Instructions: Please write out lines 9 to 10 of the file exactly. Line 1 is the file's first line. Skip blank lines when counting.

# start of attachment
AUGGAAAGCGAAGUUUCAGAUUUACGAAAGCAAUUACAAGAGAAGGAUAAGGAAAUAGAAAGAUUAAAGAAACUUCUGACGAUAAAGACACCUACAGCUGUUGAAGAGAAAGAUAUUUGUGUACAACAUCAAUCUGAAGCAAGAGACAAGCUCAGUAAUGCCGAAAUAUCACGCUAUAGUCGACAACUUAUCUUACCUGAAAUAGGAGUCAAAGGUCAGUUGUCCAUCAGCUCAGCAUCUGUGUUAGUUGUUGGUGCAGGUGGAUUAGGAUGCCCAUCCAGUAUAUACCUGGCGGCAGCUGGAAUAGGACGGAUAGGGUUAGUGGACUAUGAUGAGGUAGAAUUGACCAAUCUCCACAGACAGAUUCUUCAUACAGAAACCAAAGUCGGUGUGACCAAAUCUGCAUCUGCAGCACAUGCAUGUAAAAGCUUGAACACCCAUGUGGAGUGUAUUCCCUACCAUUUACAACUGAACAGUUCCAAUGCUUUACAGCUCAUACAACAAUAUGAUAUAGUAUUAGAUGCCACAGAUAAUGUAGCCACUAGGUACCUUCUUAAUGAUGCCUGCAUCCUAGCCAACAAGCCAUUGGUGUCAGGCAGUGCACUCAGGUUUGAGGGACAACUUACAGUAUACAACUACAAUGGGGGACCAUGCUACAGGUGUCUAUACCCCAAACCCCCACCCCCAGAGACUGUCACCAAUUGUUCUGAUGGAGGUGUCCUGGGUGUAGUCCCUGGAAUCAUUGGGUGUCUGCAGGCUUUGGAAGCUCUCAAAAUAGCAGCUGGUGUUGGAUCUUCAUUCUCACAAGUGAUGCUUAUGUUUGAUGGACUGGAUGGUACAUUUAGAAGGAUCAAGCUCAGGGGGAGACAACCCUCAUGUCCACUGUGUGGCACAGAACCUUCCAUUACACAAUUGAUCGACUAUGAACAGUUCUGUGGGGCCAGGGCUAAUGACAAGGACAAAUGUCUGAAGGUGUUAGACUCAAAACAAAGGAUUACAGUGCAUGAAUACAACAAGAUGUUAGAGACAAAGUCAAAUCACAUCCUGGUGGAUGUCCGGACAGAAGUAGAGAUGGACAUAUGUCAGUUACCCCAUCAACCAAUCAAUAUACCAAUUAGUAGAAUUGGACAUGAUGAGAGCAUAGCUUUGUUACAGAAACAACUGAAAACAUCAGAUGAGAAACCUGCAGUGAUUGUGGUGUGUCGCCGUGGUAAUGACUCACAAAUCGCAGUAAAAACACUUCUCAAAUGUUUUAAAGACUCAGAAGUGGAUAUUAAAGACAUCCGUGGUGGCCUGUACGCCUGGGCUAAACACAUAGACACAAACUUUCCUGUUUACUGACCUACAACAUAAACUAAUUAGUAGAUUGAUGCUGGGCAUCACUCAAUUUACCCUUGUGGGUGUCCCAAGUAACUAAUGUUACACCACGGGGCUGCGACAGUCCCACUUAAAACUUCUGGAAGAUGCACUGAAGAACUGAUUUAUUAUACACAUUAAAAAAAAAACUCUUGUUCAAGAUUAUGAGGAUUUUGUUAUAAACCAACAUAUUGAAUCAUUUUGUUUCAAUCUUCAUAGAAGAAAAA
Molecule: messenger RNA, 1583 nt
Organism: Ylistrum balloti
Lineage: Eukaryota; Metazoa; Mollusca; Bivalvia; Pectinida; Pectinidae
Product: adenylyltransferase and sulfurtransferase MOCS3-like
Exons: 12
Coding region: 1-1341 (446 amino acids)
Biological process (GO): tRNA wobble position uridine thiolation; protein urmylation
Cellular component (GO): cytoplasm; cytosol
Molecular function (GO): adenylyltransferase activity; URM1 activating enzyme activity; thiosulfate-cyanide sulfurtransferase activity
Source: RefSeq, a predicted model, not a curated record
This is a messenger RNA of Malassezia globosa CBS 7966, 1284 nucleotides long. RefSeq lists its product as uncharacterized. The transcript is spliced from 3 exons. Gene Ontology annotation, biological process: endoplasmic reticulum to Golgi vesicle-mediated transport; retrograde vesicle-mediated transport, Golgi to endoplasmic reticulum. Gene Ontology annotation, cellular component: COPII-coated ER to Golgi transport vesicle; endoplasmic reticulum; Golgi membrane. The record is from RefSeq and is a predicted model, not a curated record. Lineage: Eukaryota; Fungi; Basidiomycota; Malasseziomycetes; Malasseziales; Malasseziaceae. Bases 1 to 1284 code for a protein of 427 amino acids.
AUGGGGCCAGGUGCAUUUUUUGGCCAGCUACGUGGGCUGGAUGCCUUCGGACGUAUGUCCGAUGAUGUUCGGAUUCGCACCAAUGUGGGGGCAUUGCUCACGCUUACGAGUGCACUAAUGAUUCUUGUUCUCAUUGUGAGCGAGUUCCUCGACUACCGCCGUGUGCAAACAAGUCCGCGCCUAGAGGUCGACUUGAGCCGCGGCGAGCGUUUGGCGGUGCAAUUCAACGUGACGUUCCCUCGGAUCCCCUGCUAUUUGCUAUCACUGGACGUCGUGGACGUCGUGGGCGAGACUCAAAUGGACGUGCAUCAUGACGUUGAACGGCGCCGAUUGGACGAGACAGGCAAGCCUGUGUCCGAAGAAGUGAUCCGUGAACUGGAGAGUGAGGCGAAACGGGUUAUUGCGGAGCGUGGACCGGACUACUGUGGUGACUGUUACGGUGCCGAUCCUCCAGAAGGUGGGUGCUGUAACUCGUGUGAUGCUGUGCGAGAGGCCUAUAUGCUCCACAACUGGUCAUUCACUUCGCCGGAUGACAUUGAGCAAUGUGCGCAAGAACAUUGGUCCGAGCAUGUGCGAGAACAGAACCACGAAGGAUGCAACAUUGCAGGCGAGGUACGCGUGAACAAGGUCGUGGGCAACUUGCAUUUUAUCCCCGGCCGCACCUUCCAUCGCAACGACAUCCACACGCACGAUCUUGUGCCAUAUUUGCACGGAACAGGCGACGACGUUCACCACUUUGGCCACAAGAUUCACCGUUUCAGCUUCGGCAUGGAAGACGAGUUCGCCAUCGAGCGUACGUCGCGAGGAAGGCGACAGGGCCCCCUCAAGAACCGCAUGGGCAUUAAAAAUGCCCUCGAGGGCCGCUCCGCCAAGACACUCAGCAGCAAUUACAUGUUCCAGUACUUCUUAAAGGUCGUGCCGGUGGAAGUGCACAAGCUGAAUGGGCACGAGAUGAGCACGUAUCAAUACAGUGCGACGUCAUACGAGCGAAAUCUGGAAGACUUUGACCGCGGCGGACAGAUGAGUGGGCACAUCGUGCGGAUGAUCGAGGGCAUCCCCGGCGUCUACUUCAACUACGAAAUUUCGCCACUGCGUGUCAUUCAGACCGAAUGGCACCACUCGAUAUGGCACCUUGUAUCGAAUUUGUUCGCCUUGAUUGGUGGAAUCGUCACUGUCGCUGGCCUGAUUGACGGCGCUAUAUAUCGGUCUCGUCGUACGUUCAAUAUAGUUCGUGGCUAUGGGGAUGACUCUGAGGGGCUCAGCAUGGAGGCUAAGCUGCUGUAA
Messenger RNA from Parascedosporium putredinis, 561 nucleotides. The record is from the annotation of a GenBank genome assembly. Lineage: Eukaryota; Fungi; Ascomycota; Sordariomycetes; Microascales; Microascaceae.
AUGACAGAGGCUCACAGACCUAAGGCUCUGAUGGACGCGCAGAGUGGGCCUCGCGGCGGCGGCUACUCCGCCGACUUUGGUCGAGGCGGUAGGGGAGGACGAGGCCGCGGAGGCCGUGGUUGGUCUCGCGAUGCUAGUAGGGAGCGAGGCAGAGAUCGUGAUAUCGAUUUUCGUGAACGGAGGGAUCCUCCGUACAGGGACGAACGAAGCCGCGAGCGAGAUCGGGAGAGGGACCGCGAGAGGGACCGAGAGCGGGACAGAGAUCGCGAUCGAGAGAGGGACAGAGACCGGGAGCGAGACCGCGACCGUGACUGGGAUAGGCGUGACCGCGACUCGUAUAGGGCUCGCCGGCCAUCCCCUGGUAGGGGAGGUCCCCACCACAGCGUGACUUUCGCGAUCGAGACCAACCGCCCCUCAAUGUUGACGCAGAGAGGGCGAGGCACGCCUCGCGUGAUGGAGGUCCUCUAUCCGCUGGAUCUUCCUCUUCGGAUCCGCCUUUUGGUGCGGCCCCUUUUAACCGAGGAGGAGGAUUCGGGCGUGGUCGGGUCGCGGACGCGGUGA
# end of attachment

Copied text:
Cellular component (GO): cytoplasm; cytosol
Molecular function (GO): adenylyltransferase activity; URM1 activating enzyme activity; thiosulfate-cyanide sulfurtransferase activity